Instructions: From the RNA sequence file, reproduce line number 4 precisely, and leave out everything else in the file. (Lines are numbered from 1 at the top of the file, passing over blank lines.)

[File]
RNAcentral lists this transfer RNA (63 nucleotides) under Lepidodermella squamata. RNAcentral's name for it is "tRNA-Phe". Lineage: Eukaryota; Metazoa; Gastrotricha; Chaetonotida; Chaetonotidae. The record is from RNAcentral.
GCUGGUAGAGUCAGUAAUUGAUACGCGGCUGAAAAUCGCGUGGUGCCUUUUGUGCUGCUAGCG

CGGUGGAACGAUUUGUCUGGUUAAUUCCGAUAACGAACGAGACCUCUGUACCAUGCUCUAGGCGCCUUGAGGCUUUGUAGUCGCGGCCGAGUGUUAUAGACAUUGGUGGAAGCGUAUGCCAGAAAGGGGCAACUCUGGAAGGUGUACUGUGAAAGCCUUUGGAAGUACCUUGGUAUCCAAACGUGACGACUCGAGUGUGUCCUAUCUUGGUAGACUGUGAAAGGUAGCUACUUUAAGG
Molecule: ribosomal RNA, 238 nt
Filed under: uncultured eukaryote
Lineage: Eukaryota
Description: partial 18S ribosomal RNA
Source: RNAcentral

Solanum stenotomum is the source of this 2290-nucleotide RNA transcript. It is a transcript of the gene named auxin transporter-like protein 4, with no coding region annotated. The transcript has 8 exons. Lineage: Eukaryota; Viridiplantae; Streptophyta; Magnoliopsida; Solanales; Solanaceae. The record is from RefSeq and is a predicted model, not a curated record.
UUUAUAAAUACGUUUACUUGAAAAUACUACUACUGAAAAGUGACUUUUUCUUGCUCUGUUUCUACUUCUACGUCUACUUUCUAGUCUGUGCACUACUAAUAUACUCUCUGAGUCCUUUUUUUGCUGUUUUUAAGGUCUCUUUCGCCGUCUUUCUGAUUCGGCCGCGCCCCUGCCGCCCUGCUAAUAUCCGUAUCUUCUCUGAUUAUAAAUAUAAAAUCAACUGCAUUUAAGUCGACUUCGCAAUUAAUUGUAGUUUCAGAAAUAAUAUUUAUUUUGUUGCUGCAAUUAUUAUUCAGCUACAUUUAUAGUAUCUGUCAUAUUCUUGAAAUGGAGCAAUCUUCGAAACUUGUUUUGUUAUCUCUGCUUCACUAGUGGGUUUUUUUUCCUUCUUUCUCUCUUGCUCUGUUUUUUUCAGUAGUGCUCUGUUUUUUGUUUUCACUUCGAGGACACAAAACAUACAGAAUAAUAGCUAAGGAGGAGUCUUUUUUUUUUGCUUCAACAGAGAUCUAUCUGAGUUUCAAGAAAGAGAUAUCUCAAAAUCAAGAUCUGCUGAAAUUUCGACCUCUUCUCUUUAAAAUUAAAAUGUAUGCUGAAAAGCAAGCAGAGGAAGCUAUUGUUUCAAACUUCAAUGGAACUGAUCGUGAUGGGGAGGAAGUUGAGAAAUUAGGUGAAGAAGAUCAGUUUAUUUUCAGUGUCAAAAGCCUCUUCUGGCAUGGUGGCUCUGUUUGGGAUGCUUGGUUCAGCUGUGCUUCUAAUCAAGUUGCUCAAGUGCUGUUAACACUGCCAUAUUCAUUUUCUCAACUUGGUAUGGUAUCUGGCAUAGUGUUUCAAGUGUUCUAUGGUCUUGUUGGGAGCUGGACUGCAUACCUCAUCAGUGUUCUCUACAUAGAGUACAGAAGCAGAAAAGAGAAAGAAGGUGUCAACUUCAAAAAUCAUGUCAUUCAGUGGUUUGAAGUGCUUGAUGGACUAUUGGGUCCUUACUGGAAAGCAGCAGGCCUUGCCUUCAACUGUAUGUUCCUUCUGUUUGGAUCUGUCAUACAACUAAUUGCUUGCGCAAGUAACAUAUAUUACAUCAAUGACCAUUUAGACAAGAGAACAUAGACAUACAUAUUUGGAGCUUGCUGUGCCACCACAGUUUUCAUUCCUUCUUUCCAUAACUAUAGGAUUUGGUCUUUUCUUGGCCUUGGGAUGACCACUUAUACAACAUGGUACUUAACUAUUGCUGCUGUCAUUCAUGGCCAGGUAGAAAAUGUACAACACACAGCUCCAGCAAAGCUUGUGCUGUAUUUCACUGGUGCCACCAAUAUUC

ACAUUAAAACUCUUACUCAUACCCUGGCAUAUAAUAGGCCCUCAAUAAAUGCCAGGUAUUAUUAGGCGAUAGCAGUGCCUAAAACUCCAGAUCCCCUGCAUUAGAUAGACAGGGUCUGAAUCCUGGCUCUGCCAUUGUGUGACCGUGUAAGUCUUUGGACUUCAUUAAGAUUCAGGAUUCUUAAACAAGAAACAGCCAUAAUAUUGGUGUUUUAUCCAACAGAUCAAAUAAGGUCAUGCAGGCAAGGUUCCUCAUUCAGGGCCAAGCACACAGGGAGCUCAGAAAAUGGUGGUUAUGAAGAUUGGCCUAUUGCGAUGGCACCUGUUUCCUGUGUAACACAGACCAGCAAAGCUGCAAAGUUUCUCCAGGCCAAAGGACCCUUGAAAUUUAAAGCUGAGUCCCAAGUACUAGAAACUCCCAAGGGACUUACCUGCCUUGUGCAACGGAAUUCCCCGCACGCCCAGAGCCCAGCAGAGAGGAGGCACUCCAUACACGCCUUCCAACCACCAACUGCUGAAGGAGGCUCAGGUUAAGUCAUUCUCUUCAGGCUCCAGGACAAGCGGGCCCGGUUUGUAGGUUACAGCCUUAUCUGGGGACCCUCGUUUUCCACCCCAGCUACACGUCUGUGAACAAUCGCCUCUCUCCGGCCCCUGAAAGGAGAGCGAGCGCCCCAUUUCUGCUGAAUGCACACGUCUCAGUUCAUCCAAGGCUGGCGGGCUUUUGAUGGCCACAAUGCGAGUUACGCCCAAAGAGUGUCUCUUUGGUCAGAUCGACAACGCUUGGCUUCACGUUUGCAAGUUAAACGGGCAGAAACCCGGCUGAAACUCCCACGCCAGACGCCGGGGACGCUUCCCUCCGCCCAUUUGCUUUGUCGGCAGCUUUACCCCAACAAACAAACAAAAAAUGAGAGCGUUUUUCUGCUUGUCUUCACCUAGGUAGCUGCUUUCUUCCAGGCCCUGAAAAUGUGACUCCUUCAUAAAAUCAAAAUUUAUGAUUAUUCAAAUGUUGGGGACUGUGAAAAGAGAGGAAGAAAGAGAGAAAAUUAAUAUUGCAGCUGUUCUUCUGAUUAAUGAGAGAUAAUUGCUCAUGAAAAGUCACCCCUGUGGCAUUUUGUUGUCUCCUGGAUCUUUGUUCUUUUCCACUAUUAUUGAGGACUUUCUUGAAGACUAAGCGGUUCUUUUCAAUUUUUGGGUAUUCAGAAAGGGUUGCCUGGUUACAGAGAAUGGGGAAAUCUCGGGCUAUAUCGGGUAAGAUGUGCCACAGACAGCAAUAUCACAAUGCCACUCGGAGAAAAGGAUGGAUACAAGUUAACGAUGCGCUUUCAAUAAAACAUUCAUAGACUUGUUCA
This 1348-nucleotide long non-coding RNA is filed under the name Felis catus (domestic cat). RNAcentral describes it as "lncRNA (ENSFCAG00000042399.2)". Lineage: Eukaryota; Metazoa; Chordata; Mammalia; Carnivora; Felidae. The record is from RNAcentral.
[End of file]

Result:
Molecule: ribosomal RNA, 238 nt